COLUMN | And the 2023 Voice Award goes to…the Scots! [An Innocent Australian]
For sure, if there was an award for the nation who contributed the most to Australia, it would definitely go to the Scots!
For us to play a key part in the future decision-making of this nation, yes, again it would go to the Scots, based on their proven track record.
The Scots’ infiltration of the globe started in the early 1800s with Thomas Cochrane, a cavalier Scottish Naval Officer who performed brilliantly against the French and Spanish navies, becoming the source of C. S. Forester’s Horatio Hornblower and the movie, Master and Commander. The aristocratic heads of the Royal Navy did not view the outspoken Scot well, so he pursued his military talents in Peru and Chile, freeing them from Spanish rule and then freeing Brazil from Portuguese rule.
We Scots sent Christian missionaries to many parts of the world a couple of centuries ago. Admittedly, some south seas nations such as PNG found us more “delicious” rather than educational.
David Livingstone for instance, in the 1800s for 30 years, added immense value to Africa as a missionary, a medical doctor, and an explorer. You should study his maps on the wall at the Livingstone Hotel beside the Victoria Waterfall on the Zambezi River. These maps show his meandering exploration of Africa, with many sites marked “untrustworthy natives here”
The Scots Presbyterian Church in the 1800s sent hundreds of families to establish the South Island of New Zealand, centred in “Dunedin”, which is Gaelic for Edinburgh.
Wander through the Otago museum in Dunedin and you will see photos of the small grass huts of the few local Moaris left remaining from being ravaged by disease and musket wars, who were braving the cold when the Scots arrived in 1848. Unkind commentators would say that it was only the Scots that were stupid enough to go and develop a cold, windy place where no-one else wanted to live, but within a few years, there were proper buildings, houses, schools, stores, and churches with windows and roofs. All kids including the locals went to school and were educated in a values-based, Christian teaching, including that of respect.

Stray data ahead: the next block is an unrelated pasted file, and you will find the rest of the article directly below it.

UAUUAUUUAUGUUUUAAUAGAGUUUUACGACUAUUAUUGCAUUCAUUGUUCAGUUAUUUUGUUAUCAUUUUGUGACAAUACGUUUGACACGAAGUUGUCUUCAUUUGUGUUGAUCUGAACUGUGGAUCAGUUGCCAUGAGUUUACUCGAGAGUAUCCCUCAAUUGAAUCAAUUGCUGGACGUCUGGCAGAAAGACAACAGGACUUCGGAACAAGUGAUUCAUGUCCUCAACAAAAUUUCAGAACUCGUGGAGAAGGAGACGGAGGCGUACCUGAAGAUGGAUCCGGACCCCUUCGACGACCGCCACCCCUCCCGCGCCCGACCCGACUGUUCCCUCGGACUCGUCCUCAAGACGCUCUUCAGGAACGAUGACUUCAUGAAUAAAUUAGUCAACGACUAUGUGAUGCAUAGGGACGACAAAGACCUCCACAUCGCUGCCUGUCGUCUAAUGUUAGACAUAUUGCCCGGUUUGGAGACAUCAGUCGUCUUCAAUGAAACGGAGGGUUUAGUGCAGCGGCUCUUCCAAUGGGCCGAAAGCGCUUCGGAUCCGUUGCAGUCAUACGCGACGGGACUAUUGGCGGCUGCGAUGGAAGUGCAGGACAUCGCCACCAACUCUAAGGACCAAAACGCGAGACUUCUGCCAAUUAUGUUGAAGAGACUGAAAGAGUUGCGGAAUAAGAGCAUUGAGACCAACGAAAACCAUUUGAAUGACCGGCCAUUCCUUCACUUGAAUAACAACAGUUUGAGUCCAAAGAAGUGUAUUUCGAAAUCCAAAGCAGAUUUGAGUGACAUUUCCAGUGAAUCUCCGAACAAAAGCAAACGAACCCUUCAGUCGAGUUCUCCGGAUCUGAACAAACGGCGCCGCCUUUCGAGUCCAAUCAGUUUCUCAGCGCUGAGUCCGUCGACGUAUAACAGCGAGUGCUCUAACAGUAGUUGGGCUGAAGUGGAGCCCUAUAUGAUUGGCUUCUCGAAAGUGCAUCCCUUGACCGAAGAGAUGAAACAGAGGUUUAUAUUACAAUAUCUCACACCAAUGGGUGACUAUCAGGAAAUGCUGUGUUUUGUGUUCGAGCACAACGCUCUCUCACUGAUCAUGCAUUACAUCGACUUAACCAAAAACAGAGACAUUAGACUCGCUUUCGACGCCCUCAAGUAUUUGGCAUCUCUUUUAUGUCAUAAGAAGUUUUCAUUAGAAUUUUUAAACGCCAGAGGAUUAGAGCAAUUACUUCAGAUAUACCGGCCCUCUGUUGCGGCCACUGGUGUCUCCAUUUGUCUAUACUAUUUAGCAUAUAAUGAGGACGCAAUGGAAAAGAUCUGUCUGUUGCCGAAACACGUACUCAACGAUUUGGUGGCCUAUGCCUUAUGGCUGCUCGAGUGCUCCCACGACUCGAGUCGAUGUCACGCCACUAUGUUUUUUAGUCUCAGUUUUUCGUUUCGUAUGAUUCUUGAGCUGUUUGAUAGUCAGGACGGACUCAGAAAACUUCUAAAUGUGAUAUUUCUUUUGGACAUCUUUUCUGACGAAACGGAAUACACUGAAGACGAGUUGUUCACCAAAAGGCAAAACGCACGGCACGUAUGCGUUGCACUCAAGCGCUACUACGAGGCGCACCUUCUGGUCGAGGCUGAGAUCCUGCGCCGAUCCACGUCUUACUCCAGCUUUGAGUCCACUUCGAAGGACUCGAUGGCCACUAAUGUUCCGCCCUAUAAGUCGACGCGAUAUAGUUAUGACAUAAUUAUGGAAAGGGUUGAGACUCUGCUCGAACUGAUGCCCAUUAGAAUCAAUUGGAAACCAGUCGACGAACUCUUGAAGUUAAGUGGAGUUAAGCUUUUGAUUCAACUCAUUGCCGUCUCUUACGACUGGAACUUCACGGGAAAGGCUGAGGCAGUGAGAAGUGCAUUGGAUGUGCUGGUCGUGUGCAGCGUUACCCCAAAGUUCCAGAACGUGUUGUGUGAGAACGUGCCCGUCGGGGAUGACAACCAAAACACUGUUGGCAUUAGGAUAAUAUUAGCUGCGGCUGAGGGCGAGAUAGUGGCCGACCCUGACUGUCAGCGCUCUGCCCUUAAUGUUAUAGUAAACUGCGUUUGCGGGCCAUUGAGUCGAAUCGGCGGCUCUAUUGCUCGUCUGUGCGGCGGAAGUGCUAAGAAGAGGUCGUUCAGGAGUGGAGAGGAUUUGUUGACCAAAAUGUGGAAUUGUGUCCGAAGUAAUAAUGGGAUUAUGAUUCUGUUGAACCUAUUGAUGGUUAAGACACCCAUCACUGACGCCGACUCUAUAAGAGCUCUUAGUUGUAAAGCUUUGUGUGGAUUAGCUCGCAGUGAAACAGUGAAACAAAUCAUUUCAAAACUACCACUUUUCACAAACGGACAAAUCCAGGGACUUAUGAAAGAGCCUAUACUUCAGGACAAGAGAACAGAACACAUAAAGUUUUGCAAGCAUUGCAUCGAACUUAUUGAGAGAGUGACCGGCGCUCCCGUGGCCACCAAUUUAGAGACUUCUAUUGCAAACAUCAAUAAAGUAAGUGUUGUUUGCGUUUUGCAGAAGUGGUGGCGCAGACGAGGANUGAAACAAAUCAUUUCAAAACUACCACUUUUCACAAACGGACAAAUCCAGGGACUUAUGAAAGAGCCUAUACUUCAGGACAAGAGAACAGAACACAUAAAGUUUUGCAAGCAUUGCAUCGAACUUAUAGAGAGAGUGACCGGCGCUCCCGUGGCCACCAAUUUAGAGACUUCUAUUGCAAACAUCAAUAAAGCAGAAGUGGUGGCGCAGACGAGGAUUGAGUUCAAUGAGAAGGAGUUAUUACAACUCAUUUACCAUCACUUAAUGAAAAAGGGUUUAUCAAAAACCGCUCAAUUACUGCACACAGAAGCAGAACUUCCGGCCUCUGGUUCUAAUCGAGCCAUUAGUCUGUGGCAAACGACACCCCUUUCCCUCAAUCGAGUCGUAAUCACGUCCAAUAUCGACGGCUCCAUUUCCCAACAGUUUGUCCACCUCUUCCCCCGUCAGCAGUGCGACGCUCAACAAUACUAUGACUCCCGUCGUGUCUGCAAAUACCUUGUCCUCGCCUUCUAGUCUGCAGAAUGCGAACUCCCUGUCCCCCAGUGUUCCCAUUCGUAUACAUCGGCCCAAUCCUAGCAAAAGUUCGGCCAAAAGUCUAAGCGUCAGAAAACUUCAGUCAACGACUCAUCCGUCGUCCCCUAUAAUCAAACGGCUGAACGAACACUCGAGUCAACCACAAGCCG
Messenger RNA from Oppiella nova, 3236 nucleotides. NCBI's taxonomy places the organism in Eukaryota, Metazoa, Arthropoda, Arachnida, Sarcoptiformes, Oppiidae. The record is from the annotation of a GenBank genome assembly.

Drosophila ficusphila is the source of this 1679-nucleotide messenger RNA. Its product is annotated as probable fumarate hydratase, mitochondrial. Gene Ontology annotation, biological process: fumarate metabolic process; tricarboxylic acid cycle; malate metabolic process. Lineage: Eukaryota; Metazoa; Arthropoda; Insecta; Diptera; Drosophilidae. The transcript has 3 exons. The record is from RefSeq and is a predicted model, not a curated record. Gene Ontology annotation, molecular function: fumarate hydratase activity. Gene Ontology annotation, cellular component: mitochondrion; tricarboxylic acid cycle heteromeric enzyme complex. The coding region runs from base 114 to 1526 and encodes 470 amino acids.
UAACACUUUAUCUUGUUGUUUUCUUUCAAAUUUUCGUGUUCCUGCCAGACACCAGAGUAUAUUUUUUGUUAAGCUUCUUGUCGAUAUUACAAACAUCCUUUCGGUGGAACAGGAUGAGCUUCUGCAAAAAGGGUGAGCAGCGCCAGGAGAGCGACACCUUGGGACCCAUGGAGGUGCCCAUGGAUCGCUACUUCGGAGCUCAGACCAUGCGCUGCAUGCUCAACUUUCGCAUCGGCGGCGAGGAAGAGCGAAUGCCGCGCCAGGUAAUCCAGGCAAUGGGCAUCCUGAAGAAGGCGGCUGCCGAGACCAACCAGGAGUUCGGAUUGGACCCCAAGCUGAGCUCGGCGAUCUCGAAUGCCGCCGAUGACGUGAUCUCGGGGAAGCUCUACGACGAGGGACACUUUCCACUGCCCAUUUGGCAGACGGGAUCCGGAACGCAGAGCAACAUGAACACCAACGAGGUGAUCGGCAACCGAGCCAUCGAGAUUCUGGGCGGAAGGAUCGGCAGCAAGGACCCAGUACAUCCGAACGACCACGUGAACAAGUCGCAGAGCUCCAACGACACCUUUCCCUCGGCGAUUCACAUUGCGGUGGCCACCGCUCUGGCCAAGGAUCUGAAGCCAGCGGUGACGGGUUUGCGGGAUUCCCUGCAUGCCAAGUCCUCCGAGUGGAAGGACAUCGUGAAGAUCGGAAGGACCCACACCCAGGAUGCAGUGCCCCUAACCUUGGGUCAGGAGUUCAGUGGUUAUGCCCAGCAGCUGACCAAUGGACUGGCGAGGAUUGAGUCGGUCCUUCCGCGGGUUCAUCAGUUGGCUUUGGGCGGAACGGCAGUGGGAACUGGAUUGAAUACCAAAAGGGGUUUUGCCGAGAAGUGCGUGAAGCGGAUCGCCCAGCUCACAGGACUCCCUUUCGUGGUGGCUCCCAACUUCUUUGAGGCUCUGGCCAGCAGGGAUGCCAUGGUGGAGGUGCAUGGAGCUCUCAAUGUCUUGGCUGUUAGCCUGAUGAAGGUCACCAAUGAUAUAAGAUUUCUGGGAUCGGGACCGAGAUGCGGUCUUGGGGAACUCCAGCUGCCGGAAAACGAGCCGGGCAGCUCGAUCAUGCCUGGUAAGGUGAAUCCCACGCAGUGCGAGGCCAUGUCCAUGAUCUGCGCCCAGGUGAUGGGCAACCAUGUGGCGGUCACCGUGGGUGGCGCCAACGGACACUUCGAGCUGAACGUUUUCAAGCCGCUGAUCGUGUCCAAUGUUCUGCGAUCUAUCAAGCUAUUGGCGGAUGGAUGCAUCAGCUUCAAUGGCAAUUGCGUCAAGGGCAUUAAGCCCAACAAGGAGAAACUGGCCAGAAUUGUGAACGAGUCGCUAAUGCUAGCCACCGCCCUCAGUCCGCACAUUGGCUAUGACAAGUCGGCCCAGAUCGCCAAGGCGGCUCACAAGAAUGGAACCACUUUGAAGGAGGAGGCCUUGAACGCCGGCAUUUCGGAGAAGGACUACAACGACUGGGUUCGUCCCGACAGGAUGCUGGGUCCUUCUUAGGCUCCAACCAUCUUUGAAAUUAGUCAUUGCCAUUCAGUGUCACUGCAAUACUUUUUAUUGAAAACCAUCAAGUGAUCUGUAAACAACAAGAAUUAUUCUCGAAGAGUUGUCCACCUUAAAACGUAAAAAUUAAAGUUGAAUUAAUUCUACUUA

“The ships used in the settlement of Australia, New Zealand, and the South West Pacific were mostly built in Scotland.”
At the same time in Australia, churches of all denominations were expanding in all states. Closely examine the historical records of these missions that identified protection of aboriginal communities as one key function – not just from angry white settlers with rifles, but also from themselves, as tribal quarrels were rife, yes and still are.
A reminder: “The Church is the only Society that exists for the benefit of non-members”
The ships used in the settlement of Australia, New Zealand, and the South West Pacific were mostly built in Scotland. The famous clipper Cutty Sark held the record for fast ocean transits, carrying wool from the emerging nation of Australia back to the UK.
Meanwhile, back in Scotland, where the population still is and was at the time, 10 per cent of their English neighbours, the Scots were boxing above their weight inventing the steam engine, the inflatable tyre, and tar-sealed roads.
Also in the latter 1800s, Thomas Blake Glover, a Scotsman in Japan, was instrumental in establishing the giant Mitsubishi Engineering company, as well as Japan Railways and Kirin Beer. This Scottish Samurai had the greatest effect on modern industrialised Japan. The Last Samurai movie was about the events at that time and place. His home, now called the Glover Gardens, is close to his burial place at Sakamoto Cemetery in Nagasaki.